You should design managed code extensions only for documents in the supported formats. Otherwise, certain events might not be raised when the document opens in the application. For example, the Open event is not raised when you use managed code extensions with workbooks saved in the Excel XML spreadsheet format or in the web page (.htm; .html) format.

The document-level project templates do not allow you to create projects based on the following file formats:

  • Word XML Document (*xml).

  • Word 2003 XML Document (*xml).

If you want your end users to use customizations in these file formats, build and deploy a customization that uses one of the supported file formats specified in the table above. After installing the customization, end users can save the document in the Word XML Document (*xml) format or the Word 2003 XML Document (*xml) format, and the customization will continue to work as expected.

The main components of a customization are the document and the assembly. In addition to these components, there are several other parts that play an important role in how Microsoft Office applications discover and load customizations.

Customizations use deployment manifests and application manifests to identify and load the most current version of the customization assembly. The deployment manifest points to the current application manifest. The application manifest points to the customization assembly, and specifies the entry point class (or classes) to execute in the assembly. For more information, see Application and Deployment Manifests in Office Solutions.

To run document-level customizations that are created by using the Office developer tools in Visual Studio, end user computers must have the Visual Studio Tools for Office runtime installed. The Visual Studio Tools for Office runtime includes unmanaged components that load the customization assembly, and also a set of managed assemblies. These managed assemblies provide the object model that your customization code uses to automate and extend the host application.

For more information, see Visual Studio Tools for Office Runtime Overview.

When a user opens a document that is part of a Microsoft Office customization, the application uses the deployment manifest that is linked to the document to locate and load the most current version of the customization assembly. The location of the deployment manifest is stored in a custom document property named _AssemblyLocation. The string that identifies this location is inserted into the property when you build the solution.

The deployment manifest points to the application manifest, which then points to the most current assembly. For more information, see Application and Deployment Manifests in Office Solutions.

The following illustration shows the basic architecture of a document-level customization.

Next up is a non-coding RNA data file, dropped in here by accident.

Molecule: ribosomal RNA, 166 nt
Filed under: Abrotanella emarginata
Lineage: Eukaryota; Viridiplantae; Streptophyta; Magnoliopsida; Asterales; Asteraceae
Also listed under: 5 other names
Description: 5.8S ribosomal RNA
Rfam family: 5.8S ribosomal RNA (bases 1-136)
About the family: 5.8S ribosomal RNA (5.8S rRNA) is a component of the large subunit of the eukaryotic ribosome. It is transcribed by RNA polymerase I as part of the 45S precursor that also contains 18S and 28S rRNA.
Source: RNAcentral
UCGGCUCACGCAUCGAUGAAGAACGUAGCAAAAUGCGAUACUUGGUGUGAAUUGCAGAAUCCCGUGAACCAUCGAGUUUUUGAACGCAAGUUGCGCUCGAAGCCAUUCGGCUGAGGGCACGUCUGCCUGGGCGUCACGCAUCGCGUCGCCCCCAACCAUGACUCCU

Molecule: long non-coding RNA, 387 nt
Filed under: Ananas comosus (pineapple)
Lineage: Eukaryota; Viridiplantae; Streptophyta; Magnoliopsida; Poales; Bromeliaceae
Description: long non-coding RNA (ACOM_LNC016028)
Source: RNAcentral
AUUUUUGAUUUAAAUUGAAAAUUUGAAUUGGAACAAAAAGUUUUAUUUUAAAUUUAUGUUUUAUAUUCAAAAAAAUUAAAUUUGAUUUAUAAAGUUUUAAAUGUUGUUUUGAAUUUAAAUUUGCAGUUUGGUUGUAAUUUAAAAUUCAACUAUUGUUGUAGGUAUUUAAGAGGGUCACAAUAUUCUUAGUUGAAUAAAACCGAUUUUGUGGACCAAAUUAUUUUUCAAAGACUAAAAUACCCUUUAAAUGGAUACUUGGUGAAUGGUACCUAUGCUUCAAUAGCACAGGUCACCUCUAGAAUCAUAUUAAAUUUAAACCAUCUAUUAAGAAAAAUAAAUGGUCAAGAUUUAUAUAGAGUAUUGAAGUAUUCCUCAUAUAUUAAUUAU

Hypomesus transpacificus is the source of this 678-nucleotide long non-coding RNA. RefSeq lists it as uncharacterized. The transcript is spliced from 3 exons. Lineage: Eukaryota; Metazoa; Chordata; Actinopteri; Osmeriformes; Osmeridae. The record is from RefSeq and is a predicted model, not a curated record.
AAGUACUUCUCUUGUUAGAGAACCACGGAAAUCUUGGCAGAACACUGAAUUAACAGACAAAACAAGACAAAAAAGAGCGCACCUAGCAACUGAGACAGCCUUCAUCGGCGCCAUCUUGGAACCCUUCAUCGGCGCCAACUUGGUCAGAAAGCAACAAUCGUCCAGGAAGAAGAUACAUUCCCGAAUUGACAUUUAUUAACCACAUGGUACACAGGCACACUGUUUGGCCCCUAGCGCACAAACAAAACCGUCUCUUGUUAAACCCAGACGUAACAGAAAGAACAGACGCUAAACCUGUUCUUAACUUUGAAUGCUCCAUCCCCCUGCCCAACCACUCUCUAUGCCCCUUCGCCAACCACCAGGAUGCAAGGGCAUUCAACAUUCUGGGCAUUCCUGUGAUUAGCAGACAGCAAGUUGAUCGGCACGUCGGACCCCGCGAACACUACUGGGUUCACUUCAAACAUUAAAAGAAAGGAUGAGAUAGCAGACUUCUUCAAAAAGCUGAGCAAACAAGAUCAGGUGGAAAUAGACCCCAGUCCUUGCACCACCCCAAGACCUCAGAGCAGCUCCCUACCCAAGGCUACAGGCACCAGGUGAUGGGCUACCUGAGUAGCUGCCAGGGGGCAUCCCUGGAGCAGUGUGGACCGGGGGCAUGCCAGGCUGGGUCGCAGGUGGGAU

Customization architecture

2007 Office customization architecture
Note Note

In Office solutions that target the .NET Framework 4, solutions call into the object model of the host application by using primary interop assembly (PIA) type information that is embedded in the solution assembly, instead of calling into the PIA directly. For more information, see Designing and Creating Office Solutions.

The following steps occur when a user opens a document that is part of a Microsoft Office solution.

  1. The Microsoft Office application checks the custom document properties to see whether there are managed code extensions associated with the document. For more information, see Custom Document Properties Overview.

  2. If there are managed code extensions, the application loads VSTOEE.dll, which loads VSTOLoader.dll. These are unmanaged DLLs that are the loader components for the Visual Studio 2010 Tools for Office Runtime. For more information, see Visual Studio Tools for Office Runtime Overview.

  3. VSTOLoader.dll loads the .NET Framework and starts the managed portion of the Visual Studio Tools for Office runtime.

  4. If the document is opened from a location other than the local computer, the Visual Studio Tools for Office runtime verifies that the location of the document is in the Trusted Locations list in the Trust Center Settings for that particular Office application. If the document location is not in a trusted location, the customization is not trusted, and the load process stops here.

  5. The Visual Studio Tools for Office runtime installs the solution if it has not been installed yet, downloads the most recent application and deployment manifests, and performs a series of security checks. For more information, see Securing Office Solutions.

  6. If the customization is trusted to run, the Visual Studio Tools for Office runtime uses the deployment manifest and application manifest to check for assembly updates. If a new version of the assembly is available, the runtime downloads the new version of the assembly to the ClickOnce cache on the client computer. For more information, see Deploying an Office Solution.

  7. The Visual Studio Tools for Office runtime creates a new application domain in which to load the customization assembly.

  8. The Visual Studio Tools for Office runtime loads the customization assembly into the application domain.

  9. The Visual Studio Tools for Office runtime calls the Startup event handler in your customization assembly. For more information, see Events in Office Projects